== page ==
I’ll start with the throttle because normally, there wouldn’t be too much to say. On this occasion, however, attention to detail and adjustability are early indications of what’s to come.

You can change the angle of the pedal, the travel distance, the spring and even the preload, meaning that even a simple throttle pedal can be tailored to suit your needs.

The tall and narrow plate feels nice under foot too. Throttle maps can also be changed through their own software, but we will cover that later.

The braking is of course the most important aspect with pedals like these, and this one delivers superb control. Asetek’s 2-stage Twin Hydraulic Opposing Rapid Piston system, or T.H.O.R.P for short, appears to be the same system used on the Invicta brake pedal and creates an exceedingly realistic race car braking experience.

I will try and keep this brief, but the two stages Asetek refer to are the soft stage and the hard stage. The soft stage is when you are lightly pressing the pedal and in real life, this would amount to building up the hydraulic pressure.

Asetek has used a slave cylinder and elastomer combination to try and simulate this effect, allowing a little bit of travel before you reach a mechanical stop. At this moment, stage two kicks in and you find yourself in the hard stage of the braking phase.

This is when the hydraulic pressure comes into play, working in the same way as a real car to give you an entirely solid brake pedal. The consistent feeling allows you to modulate your braking deliberately and confidently, without having to worry about what it might do. Judging your braking distances becomes a process of decision-making and muscle memory, rather than a guessing game.

These pedals are not a toy, and the stiff hydraulic set-up certainly won’t suit everybody. There is a reason Professional racing drivers are athletes after all… These pedals can register hydraulic pressure up to 100 bar, which equates to over 180kg.

There are a lot of adjustments you can make however to optimise things for you personally. You can easily change the elastomer from the pre-fitted medium option to a softer or stiffer version if you want a different feeling during the initial phase of braking.

You can adjust the preload, and the angle of the pedal much like the throttle. And then there is Asetek’s very own Race Hub software…


This is super simple to use but has a major impact on your experience. As it stands there are three sections. One is simply to adjust the LED Strip colour and brightness. The other two affect the behaviour of the pedals directly and are well worth looking at before taking to the circuit.

Map adjustments allow you to influence the rate of change as you apply more pressure to both the brake and accelerator, so you can either have a straightforward linear set-up or something completely bespoke to suit your needs. Even switching this for different cars or sims can be worthwhile at times.

Then we have the calibration section, probably the most important of all. You can not only adjust dead zones for both pedals but also recalibrate the amount of pressure needed to reach 100 per cent. You can treat this like a carnival punchbag, trying to reach 100 bar, but you will probably break your seat before you get there…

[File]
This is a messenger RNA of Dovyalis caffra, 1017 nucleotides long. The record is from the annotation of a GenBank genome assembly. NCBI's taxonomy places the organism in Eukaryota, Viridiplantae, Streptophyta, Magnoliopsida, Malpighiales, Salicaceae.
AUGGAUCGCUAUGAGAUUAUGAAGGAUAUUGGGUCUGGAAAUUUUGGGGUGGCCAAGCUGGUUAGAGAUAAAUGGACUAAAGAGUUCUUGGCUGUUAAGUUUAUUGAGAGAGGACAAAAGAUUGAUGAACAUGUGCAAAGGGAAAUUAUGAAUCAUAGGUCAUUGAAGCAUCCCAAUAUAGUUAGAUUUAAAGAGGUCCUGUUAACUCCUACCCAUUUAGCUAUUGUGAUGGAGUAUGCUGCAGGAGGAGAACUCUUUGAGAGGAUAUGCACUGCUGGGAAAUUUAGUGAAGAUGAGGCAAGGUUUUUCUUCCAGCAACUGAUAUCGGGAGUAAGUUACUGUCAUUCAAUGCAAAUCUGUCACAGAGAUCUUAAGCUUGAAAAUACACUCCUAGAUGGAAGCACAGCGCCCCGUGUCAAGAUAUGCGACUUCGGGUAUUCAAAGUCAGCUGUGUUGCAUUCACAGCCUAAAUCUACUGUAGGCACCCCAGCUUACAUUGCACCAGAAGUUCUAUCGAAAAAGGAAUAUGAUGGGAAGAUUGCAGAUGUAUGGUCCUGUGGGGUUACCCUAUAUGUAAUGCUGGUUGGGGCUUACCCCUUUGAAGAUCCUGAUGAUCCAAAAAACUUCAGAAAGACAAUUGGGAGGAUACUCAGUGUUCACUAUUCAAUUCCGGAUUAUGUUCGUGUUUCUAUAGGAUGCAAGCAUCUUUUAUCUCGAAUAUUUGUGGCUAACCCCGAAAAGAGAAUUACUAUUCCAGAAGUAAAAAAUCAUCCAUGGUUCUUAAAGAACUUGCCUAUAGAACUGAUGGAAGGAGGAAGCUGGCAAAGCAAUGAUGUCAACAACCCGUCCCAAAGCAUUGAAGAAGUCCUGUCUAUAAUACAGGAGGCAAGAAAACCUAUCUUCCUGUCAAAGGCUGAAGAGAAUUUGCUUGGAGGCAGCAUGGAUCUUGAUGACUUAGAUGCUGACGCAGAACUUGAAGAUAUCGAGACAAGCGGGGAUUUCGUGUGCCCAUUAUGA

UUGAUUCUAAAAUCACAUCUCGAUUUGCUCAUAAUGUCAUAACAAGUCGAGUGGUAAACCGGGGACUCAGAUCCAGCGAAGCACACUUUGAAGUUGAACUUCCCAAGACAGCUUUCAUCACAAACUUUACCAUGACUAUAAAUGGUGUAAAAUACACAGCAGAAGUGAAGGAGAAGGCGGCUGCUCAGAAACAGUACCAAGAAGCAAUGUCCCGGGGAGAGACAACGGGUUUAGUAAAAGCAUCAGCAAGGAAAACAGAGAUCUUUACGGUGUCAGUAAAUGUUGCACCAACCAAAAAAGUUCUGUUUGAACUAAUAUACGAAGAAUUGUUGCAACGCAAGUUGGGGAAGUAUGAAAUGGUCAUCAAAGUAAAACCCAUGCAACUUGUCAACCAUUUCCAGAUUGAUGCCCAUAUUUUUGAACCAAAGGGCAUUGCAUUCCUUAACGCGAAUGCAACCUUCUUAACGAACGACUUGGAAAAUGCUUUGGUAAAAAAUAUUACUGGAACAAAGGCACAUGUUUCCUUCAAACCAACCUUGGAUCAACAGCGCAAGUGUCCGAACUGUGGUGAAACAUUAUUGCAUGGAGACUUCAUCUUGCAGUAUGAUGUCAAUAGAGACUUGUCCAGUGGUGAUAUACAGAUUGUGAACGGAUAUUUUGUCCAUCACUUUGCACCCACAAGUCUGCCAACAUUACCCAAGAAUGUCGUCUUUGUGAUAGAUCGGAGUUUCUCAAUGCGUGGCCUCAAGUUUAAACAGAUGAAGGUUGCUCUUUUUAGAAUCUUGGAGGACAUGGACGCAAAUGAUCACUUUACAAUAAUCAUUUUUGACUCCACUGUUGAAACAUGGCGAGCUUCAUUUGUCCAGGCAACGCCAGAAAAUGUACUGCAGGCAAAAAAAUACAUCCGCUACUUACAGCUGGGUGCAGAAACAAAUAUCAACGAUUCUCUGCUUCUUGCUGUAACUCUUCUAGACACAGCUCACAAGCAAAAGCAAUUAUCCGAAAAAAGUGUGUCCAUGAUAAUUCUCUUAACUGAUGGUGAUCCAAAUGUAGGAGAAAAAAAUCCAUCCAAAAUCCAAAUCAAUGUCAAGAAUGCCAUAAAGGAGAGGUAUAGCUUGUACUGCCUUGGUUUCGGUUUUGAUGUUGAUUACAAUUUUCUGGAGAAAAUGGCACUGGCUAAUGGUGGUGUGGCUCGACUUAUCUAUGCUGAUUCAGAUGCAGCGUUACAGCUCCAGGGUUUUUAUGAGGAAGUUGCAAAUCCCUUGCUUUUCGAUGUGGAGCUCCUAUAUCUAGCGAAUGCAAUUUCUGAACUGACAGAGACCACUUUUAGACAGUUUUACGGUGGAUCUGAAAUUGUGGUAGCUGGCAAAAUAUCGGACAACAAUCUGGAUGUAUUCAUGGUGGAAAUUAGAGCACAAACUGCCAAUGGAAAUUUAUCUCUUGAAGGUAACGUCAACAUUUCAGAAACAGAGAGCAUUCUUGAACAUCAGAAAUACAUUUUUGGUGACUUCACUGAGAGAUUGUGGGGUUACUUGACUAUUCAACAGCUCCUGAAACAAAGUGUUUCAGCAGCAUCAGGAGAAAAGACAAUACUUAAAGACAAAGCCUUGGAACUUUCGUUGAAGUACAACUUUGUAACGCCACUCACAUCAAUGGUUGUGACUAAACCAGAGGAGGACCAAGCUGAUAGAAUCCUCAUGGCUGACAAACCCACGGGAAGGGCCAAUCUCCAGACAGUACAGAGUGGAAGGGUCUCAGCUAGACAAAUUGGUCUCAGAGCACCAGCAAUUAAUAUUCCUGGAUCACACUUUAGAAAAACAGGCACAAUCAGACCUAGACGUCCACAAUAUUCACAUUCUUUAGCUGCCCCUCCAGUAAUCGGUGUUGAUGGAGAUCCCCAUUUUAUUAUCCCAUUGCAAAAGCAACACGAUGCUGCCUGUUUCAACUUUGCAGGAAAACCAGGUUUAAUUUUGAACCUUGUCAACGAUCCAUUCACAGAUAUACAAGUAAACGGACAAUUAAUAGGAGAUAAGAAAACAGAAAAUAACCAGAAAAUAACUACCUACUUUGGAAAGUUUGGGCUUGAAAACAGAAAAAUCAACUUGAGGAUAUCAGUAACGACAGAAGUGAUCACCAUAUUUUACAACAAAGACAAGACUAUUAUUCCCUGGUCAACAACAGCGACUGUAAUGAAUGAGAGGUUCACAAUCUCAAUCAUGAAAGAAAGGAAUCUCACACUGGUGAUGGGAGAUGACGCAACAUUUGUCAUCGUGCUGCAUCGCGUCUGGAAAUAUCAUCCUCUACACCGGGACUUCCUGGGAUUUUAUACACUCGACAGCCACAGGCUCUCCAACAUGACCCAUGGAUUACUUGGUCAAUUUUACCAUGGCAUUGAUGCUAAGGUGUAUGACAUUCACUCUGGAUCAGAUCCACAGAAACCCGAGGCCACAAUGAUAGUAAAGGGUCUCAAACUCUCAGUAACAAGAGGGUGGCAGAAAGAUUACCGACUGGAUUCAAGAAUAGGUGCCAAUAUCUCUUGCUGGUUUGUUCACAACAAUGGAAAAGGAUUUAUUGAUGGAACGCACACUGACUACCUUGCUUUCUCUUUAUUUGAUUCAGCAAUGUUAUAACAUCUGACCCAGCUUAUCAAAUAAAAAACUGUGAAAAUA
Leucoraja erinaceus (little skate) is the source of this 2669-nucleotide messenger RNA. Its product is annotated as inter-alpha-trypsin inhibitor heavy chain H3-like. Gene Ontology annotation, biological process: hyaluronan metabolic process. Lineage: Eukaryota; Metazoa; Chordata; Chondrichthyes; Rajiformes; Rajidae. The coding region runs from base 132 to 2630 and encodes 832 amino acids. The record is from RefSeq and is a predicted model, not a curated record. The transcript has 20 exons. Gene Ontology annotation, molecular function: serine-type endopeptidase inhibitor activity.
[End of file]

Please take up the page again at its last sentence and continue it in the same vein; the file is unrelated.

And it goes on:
Using this can help you find your own sweet spot, where you can comfortably reach 75 per cent pressure and then be able to find those extra margins should you need them. This is what really makes the difference and makes these Asetek’s stand out.


I tested these pedals on a number of different sims, and it was iRacing specifically that really highlighted the difference between these pedals and an entry-level load cell alternative. Normally, it Is very easy to lock up on iRacing in cars that don’t have ABS. Single seaters, V8 Supercars, Porsche Cup Cars, Radicals etc.

I normally struggle to get up to speed with these cars and find myself guessing how hard to press the brake in order to avoid a lock-up. I am trying to mentally adjust my level of pressure based on what I am hoping will be the optimum pressure application.

With these pedals, the stiffness gives you so much more control and awareness of how hard you need to press in order to avoid these lock-ups. I found myself actively modulating precisely to find the perfect spot rather than guessing and hoping. They were hugely confidence-inspiring.


At this stage then, it’s blatantly obvious that these are a spectacular set of pedals that many of us would dream of owning. It’s not a dream that’s going to come true for most, but I can’t speak highly enough about them as a product.

The important thing for me, is that the quality and passion that’s been so clearly poured into these pedals tell me what Asetek are all about as a brand. Having never tried their alternative options, Invicta or Forte, I can believe what Dave and others are saying about them based on my experience here.

Buying these Huayra R pedals over the Invicta’s would likely be a heart-over-head decision, but buying Asetek at all would be both. If you can pick these up and you want to… Why not?

Asetek Pagani Huayra R Pedals fast-facts

  • Pedal arms and footplates based on the real-world Pagani Huayra R track car
  • Twin Hydraulic Opposing Rapid Piston (T.H.O.R.P.TM) brake system
  • Pagani tailored RaceHub software
  • Configurable ARGB lighting
  • €1,680.00 excluding VAT ($1,999.000 excluding sales tax when available for sale in the U.S.)
  • Available by Asetek, but also through Pagani’s channels to its customers

Reviewed using the Next Level Racing F-GT Elite iRacing Edition cockpit and Fanatec DD Pro Wheel Base. Find out more about the Asetek Pagani Huayra Pedals.

Full disclosure: The Asetek Pagani Huayra R Pedals were provided by the manufacturer for review purposes. Here is our review policy.